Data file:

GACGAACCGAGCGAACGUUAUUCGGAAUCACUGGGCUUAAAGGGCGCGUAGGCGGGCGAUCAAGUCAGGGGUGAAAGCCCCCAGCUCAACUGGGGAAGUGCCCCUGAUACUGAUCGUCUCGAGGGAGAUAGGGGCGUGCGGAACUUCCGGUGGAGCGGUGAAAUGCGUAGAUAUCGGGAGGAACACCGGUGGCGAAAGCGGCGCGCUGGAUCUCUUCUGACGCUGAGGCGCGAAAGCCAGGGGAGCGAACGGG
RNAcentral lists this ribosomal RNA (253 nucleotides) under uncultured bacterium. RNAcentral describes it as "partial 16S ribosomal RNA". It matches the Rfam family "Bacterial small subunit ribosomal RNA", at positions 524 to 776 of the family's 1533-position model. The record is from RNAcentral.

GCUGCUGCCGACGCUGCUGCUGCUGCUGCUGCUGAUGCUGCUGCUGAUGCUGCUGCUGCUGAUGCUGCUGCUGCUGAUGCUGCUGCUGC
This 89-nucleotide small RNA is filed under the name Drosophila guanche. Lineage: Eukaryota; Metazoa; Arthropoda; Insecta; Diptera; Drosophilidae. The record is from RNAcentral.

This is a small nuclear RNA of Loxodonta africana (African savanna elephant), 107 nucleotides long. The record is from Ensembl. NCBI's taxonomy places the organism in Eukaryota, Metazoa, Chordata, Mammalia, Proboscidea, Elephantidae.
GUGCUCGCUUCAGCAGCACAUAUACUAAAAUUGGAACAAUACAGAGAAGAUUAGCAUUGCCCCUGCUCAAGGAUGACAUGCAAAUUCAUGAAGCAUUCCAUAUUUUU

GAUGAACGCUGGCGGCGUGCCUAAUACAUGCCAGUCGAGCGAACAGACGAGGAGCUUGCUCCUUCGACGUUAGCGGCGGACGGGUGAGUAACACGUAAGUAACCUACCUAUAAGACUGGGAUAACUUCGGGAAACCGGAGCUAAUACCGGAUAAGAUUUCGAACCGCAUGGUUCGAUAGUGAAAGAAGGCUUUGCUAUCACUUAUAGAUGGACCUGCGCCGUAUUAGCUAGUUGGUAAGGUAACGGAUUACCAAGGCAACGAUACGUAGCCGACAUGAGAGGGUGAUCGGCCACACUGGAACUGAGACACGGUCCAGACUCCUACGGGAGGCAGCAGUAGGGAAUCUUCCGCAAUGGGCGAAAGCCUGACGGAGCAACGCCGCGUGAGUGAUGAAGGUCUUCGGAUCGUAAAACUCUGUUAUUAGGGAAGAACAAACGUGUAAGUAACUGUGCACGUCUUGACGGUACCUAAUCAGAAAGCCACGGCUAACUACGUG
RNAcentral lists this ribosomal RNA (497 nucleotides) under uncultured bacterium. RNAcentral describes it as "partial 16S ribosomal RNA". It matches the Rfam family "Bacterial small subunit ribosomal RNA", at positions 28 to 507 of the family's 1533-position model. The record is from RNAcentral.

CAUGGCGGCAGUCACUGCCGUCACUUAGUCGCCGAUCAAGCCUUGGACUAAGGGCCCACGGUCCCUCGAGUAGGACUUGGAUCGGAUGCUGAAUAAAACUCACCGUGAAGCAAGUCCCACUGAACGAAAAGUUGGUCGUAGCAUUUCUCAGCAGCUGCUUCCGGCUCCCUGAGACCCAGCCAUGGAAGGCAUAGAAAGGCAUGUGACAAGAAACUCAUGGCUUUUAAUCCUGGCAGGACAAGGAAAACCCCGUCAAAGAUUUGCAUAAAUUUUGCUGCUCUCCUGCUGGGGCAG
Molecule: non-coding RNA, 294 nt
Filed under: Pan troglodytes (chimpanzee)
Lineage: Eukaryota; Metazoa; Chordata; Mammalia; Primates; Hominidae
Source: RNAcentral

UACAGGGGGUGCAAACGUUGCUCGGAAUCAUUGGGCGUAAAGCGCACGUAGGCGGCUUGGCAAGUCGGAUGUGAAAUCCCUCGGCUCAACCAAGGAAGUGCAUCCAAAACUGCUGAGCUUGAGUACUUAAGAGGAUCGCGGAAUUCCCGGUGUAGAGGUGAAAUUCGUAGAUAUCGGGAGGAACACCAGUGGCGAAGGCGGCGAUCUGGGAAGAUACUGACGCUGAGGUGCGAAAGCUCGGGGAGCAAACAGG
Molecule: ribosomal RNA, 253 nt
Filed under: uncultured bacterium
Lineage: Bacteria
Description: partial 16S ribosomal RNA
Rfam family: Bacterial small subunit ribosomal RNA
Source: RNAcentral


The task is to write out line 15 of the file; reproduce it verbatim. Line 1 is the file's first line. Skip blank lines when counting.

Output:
Molecule: ribosomal RNA, 253 nt